These layers of landscape classification nest together like Russian dolls. The smallest units, ‘Land Description Units’ were defined first, and used to identify Landscape Character Types. Some planning authorities still use Landscape Description Units as part of their LCA evidence while others do not. Once generic Landscape Character Types had been defined and mapped throughout Devon by individual planning authorities, these were grouped into geographically unique Devon Character Areas that have their own particular identity as a whole landscape. Therefore, a distinct Devon landscape such as the Hartland Peninsula comprises a number of different generic Landscape Character Types such as Cliffs, Coastal Open Plateaux, Coastal Slopes and Combes, and Secluded Valleys.
The written profiles for Landscape Character Types highlight key characteristics of the generic landscape type, whereas those of the Devon Character Areas highlight the distinct and unique characteristics of the area. Devon Character Areas give emphasis to local identity e.g. landmarks, and to visual and perceptual influences e.g. scenic and special qualities. As well as the descriptive elements, both of these data ‘layers’ set out strategies and guidelines aimed at protecting and managing what makes the landscape distinctive and special, as well as planning positively for landscape change as part of sustainable development. This is consistent with the National methodology for Landscape Character Assessment published by The Countryside Agency in 2002 (now Natural England). Those guidelines written in the latter stages of Devon’s LCA programme, including the Devon Character Area profiles, are compliant with the European Landscape Convention, having been the subject of public participation and stakeholder workshops across Devon. Together, these datasets provide a finer grain of detail to the National Character Areas used by Natural England as the spatial framework for their work.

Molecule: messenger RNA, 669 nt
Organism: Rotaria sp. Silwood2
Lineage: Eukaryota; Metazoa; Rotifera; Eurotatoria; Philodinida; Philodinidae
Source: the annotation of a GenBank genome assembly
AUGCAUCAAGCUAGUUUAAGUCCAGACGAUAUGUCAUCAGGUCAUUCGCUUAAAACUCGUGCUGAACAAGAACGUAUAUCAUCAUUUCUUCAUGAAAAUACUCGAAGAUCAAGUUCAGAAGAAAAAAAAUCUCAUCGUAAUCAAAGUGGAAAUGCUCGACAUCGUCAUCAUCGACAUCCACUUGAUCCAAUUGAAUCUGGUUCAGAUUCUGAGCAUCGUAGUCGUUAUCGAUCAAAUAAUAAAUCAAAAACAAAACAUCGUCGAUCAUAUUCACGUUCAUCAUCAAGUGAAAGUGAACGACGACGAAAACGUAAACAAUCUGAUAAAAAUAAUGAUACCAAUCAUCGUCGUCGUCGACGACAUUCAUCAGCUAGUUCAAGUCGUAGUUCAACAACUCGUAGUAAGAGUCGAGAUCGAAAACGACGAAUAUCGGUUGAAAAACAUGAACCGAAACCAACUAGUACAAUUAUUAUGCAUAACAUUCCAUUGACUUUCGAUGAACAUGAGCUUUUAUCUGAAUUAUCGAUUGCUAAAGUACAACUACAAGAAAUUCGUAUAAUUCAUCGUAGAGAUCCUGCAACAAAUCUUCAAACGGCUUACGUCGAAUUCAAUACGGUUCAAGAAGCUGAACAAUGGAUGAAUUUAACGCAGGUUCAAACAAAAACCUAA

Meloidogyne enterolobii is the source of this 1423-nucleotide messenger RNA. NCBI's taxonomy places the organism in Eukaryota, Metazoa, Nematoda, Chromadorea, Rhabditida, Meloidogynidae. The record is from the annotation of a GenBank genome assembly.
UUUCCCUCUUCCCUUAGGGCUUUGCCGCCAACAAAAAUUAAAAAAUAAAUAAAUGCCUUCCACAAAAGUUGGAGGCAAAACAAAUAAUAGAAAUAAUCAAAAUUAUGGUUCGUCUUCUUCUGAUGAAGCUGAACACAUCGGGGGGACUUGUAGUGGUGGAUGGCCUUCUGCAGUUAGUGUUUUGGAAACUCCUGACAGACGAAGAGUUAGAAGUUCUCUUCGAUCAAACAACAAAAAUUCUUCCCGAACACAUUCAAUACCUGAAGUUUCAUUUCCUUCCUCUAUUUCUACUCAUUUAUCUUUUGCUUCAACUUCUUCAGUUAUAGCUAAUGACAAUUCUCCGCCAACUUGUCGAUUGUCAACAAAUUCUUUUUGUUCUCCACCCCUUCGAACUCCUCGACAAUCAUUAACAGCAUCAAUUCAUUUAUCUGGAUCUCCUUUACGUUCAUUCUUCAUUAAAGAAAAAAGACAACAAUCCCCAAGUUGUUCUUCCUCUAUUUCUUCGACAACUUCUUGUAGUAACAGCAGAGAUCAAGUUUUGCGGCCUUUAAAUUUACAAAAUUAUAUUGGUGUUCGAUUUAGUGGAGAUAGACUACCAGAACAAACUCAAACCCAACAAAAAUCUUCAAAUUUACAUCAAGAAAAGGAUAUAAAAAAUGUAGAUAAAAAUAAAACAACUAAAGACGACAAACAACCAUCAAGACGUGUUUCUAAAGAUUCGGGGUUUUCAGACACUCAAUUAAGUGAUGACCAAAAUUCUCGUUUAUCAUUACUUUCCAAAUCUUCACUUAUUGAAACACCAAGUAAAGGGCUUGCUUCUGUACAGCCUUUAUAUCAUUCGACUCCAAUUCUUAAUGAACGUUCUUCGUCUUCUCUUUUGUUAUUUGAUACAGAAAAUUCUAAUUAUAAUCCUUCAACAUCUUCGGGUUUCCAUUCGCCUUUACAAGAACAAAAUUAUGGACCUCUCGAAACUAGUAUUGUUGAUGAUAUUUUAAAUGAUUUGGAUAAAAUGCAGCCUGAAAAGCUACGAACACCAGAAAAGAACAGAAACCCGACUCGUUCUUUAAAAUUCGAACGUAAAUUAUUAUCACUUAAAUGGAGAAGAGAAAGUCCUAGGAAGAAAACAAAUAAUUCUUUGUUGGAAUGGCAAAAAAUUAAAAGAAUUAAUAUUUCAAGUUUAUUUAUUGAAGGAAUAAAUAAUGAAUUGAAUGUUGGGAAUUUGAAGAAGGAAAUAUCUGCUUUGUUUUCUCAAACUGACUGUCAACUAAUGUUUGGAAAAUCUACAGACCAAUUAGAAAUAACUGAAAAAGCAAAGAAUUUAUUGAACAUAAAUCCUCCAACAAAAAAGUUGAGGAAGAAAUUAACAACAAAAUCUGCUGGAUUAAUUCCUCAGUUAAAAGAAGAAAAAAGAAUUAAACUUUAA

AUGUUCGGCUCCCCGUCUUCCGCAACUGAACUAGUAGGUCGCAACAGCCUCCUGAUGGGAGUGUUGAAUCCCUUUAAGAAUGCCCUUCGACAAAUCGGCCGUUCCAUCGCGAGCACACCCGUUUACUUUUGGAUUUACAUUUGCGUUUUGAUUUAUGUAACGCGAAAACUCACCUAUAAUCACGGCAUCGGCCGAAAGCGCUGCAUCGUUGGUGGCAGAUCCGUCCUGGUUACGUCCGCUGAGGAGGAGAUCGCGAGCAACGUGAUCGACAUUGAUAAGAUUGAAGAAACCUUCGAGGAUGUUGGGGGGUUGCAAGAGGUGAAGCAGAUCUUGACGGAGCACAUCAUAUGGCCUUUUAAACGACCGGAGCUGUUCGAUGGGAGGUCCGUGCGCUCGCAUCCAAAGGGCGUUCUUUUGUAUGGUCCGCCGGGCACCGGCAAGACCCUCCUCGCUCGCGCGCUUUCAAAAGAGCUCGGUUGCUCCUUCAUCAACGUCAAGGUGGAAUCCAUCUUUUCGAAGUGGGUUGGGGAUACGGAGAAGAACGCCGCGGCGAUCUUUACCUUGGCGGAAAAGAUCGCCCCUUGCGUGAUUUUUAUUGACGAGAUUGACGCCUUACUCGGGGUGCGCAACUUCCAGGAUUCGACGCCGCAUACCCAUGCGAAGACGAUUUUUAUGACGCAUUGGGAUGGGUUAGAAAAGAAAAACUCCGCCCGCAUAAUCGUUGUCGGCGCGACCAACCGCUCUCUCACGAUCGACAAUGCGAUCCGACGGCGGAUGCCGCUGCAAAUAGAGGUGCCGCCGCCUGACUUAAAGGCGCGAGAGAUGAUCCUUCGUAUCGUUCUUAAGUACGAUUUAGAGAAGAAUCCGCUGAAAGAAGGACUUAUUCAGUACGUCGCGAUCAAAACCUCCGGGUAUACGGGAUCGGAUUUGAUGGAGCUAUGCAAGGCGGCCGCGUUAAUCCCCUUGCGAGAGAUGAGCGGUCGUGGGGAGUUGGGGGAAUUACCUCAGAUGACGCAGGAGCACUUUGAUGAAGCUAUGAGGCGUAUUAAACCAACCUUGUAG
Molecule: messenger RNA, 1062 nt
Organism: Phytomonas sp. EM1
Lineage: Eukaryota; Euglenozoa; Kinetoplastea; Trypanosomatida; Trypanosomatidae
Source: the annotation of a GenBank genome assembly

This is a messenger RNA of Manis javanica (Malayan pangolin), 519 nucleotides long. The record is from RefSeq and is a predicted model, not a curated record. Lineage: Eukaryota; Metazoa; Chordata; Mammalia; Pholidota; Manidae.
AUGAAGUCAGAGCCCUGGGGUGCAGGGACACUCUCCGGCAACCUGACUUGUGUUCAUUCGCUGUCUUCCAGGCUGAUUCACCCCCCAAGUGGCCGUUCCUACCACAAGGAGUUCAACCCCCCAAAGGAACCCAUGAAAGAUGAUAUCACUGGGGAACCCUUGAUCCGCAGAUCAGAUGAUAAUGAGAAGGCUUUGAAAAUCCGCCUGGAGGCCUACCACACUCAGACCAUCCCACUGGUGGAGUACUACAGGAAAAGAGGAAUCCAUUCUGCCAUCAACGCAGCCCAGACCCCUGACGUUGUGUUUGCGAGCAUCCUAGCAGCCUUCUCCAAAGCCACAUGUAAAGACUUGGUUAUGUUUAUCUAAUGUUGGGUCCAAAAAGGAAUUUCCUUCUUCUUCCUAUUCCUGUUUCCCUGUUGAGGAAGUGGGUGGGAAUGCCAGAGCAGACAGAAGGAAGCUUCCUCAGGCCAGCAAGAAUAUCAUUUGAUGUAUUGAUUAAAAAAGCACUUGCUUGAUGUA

We support both Devon Character Areas and Landscape Character Types being referred to when describing Devon’s landscape character. For example, the location of a site can be described using both e.g. ‘The site is in a Secluded Valley (Landscape Character Type) of the Hartland Peninsula (Devon Character Area)’.
The Devon Landscape Character Assessment is more detailed than the National Character Areas Assessment. However it has been developed in such a way as to be consistent with that Assessment. Links to the national profiles and integrated objectives are provided. The Devon Character Areas give a more precise indication of where key changes in landscape character occur at a County scale.
Devon Character Areas are unique, geographically-specific areas of landscape. Each Devon Character Area has an individual identity but most Areas comprise a number of different Landscape Character Types. Devon Character Areas are called by a specific place name e.g. ‘High Dartmoor North’.
The Devon Landscape Character Types are generic landscapes that share similar characteristics but may occur in different parts of Devon. Landscape Character Types allow different landscapes to be compared. Landscape Character Types are called by a descriptive name e.g. ‘Wooded ridges and hilltops’.
Land Description Units are discrete units of broadly homogeneous land identified according to a set of physical and cultural characteristics. They are defined by a structured process of analysis of different map layers including geology, landform, ground type, land use, settlement pattern and tree cover.
National Character Areas are broadly similar areas of landscape defined at a national scale. There are 159 National Character Areas in England. Character descriptions for each of the NCAs were produced in the 1990s and published in regional volumes to highlight the influences determining the character of the landscape, for example land cover, buildings and settlements. Natural England is currently working to update the NCA profiles and develop objectives for their future management.
The Devon Character Areas provide a summary of the historic landscape of each area. It is essential to refer to the Historic Landscape Characterisation for a more detailed understanding of the historic landscape. The Devon Historic Landscape Characterisation was a key reference dataset in the production of the Devon Landscape Character Assessment.